sensitive natural sonar and equi- ( of meaningful stimulus for tne
librium equipment in the marm- economy, while a tax reduction
mals' bodies could have cuscd could show dramatis, results by
the behavior. the end of the year.
They said whales infected with "The President's fiscal pro-
the parasite apparently try to posals are not subject to cr.ti-
get their bearings by beaching cism because of their size,"
themselves. McCracken said, "since in any
Sometimes the leaders of ac theecondyear's install-
herd may be the only ones in- case te ld be deactivated l
fected, scientists said, but other ment cou .
members follow them to shore "But the pattern of the pro-
in an attempt to help. posals does deserve criticism."
, McCracken said that instead
Seafarer promise of rebates and further complica-
tion of business tax laws as pro-
WASHINGTON-Senator Rob- posed by Carter, the administra-
ert Griffin (R-Mich), called on tion should instead redefine busi-
President Carter yesterday to ness profits subject to tax in
follow through on a campaign s prfits sujet holtxen
promise and find a location oth- simplified language while en-
er than in Michigan for 1he acting a general tax cut.
Navy's Seafarer program.
Griffin said Car.er made the Fitzsimmon' s
commitment not to build the
proposed Seafarer programn
which would set u an under-
ground submariae communica- DETROIT - Richard Fitzsim-
tions grid across Michigan's Up- Imoons, son of Teamsters Union
per Peninsula if local residents!
were against it.
The Michigan Senator said,
"Unless we are to assume that
Mr. Carter did not mean what
he said, I see no reason to pro-"
long the agony."
He said a referenda taken last

'
r
i
2
I
i
2

President Frank Fitzsimmons,
was freed on $10,000 bond yes-
terday after arraignment on
federal charges of embezzling!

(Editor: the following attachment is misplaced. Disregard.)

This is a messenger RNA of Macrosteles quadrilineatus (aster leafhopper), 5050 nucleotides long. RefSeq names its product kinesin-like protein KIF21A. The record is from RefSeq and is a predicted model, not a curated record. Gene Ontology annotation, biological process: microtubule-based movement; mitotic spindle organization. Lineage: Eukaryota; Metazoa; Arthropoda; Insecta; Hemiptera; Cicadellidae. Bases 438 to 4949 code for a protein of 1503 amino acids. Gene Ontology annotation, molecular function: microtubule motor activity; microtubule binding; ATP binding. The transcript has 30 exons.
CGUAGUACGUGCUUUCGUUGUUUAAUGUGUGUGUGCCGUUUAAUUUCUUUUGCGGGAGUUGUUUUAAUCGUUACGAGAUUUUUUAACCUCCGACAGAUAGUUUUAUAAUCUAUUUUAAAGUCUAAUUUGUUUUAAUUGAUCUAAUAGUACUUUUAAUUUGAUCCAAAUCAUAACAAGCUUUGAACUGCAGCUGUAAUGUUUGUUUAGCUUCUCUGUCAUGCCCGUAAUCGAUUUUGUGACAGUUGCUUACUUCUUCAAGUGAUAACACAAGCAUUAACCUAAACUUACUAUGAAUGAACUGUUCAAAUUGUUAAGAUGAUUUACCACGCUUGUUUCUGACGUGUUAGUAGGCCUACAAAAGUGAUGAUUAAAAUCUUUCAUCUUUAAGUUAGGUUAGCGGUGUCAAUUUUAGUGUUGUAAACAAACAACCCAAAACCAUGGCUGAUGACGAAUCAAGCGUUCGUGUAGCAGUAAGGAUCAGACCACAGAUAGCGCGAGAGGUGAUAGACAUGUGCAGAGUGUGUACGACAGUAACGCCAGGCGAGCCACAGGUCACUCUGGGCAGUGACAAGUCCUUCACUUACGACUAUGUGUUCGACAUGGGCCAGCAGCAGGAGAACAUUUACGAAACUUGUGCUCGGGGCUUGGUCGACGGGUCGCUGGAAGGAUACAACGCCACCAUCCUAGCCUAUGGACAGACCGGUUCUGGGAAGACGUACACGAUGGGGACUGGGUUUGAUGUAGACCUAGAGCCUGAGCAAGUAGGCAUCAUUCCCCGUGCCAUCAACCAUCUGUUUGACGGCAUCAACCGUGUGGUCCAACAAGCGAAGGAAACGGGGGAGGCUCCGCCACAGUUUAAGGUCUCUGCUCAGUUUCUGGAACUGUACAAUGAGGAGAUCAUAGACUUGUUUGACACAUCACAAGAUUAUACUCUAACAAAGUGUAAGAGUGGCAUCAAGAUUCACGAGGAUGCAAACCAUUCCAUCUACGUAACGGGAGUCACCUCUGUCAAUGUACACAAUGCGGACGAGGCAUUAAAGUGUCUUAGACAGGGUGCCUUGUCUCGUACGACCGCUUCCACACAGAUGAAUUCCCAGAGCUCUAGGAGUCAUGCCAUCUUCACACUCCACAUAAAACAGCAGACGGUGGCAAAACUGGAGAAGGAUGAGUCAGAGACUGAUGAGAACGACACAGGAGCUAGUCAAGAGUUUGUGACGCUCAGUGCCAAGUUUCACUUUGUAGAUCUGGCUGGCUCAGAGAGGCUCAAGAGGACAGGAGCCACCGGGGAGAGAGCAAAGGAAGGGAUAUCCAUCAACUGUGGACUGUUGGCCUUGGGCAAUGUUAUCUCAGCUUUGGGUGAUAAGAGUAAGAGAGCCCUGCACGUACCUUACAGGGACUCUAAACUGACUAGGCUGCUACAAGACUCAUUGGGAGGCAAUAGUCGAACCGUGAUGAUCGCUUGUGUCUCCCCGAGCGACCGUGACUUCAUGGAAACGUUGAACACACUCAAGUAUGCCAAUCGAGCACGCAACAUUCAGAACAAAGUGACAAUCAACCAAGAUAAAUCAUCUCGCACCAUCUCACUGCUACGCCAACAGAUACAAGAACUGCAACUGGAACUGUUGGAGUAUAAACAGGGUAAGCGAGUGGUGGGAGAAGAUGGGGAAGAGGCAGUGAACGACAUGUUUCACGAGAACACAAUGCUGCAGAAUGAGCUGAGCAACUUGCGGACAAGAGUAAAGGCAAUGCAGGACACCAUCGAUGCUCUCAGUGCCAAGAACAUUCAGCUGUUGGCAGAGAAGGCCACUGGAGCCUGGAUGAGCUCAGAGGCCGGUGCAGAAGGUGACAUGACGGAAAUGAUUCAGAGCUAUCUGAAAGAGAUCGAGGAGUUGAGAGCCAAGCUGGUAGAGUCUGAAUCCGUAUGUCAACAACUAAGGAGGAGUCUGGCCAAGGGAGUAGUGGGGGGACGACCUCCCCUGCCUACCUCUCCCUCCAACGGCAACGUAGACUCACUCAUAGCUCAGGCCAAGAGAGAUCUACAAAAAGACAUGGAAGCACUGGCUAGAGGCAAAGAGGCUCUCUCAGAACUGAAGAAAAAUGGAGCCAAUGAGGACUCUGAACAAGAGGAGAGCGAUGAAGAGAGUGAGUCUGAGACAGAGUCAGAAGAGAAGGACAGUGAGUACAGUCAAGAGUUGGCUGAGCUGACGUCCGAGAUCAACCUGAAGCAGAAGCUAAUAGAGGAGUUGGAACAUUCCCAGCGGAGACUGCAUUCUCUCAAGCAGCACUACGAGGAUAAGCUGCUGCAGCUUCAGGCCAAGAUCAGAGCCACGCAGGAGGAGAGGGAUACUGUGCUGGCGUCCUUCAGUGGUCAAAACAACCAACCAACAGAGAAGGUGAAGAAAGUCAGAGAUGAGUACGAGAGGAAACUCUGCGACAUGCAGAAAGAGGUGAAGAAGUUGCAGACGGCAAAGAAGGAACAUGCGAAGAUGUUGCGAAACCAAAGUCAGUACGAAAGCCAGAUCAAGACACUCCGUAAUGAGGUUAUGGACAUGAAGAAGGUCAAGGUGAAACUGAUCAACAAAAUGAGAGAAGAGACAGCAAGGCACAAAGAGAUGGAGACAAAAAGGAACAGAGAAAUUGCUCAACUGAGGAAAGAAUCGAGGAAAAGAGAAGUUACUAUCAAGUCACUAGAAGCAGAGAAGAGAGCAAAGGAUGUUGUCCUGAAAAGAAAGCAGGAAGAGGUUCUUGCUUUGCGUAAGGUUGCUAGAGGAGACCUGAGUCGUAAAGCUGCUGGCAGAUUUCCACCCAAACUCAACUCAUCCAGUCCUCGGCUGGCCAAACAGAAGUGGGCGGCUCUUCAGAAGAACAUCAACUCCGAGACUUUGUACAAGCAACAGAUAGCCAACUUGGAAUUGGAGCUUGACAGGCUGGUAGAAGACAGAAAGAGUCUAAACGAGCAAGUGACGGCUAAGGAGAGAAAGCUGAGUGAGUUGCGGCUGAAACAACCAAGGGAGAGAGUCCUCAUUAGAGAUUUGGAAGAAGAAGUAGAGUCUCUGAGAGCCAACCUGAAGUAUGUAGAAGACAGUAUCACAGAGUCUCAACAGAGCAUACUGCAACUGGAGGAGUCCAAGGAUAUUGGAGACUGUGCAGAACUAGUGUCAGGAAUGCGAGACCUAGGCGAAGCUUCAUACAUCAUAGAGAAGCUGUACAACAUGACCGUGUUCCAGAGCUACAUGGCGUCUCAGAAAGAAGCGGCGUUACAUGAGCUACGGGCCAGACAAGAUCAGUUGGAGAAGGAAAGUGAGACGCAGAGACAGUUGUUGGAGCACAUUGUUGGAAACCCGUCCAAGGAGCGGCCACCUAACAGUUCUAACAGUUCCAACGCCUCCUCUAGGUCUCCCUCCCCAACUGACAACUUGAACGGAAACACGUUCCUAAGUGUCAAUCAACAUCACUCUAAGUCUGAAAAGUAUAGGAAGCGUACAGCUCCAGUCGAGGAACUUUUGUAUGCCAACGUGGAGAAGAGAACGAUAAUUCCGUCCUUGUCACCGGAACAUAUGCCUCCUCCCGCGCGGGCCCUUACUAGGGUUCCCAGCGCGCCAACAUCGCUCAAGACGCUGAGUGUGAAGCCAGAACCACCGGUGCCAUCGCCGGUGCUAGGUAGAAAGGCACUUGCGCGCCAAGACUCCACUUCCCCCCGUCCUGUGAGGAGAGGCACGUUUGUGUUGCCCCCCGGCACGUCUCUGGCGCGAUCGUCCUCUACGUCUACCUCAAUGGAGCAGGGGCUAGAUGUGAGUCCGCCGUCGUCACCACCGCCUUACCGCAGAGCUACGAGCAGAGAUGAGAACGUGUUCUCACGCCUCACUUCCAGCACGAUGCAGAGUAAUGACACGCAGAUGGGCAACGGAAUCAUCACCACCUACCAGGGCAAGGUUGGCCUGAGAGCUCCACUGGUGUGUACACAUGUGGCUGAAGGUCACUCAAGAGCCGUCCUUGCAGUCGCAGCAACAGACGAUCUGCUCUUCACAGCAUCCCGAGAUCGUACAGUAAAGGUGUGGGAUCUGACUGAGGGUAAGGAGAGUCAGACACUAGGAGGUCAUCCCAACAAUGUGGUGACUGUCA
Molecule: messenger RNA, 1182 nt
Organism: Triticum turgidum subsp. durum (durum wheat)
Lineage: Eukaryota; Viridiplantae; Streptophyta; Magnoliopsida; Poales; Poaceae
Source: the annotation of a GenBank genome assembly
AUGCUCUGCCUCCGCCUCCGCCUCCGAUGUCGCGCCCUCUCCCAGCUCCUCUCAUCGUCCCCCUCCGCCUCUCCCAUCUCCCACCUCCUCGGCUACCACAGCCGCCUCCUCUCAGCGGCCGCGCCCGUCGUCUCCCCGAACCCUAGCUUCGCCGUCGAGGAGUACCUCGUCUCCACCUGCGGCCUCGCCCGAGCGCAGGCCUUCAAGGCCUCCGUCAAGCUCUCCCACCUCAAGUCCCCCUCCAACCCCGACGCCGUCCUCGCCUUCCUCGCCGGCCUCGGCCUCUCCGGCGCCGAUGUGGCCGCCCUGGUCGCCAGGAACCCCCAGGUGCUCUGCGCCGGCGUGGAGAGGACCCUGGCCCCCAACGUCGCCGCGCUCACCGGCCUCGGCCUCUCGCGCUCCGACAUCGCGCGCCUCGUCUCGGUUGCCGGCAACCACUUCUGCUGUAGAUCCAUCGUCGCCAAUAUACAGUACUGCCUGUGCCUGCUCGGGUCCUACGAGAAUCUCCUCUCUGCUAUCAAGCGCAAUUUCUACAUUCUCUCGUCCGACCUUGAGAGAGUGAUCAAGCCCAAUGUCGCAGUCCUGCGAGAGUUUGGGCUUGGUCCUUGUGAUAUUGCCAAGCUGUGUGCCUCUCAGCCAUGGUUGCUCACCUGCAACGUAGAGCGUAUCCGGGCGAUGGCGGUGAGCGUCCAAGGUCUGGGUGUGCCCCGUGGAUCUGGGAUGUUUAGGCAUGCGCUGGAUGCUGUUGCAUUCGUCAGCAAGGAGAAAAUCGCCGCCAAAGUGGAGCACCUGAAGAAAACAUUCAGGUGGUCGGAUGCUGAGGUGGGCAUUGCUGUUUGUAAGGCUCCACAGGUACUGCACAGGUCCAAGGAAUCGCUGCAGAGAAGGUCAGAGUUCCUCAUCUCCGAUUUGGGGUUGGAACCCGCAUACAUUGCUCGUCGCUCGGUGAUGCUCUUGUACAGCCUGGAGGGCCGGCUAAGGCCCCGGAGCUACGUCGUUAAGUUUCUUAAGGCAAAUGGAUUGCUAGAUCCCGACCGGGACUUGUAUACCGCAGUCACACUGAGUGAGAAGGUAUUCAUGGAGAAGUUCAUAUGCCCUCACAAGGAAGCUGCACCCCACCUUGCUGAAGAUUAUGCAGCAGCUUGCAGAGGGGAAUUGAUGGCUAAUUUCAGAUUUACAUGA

union pension money to buy life
insurance.
Fitzsimmons, vice president
of Teamsters Local 299, surren-
dered to FBI agents prior to the
U.S. Magistrate Court appear-
ance.
Also surrendering yesterday
was co-defendant Anthony Sci-
arotta, a former Local 299 busi-
ness agent.
The younger Fitzsimmons and
Sciarotta stood mute before
Judge Paul Komives and had a
plea of innocent entered for
them on a charge of illegal con-
version of union funds.
-Accompanied by attornSys,
each defendant posted $10,000!
personhl bonds and quickly left
the downtown federal building
without making a statement.
U.S. Attorney Philip Van Dam:
said the case is merely part of
a larger investigation into un-
ion activities in the Detroit area.

Peeved pair
picket eatery
(Continued from Page 2)
inside the restaurant, he could send a friend in to get a
cup of coffee for him which he would then drink in full
view of Miller.
"THE GIRL'S A FUNNY TYPE," Thompson added.
Miller, who has managed the submarine shop "on
and off for about four years," ,said with a smile that
the picketers "know perfectly well why they aren't al-
lowed m here."
She said the pair, and about ten others who have
been told of their ouster, were "troublemakers."
SPECIFICALLY,. SHE SAID, the two picketers had
frequently used the restaurant for a meeting place, had
employed obscene language and had "hassled" the per-
sonnel.
In her work at Mr. Tony's, Miller said she had been
hit, spit on, cursed at and even threatened, and she had
decided to take action against the offenders.
"SHE'S NEVER HAD ANY TROUBLE from me,"
Thompson declared. "I've been around here for 27 years.
Thompson and Rewoldt said they brought complaints
of discrimination before the Washtenaw County Human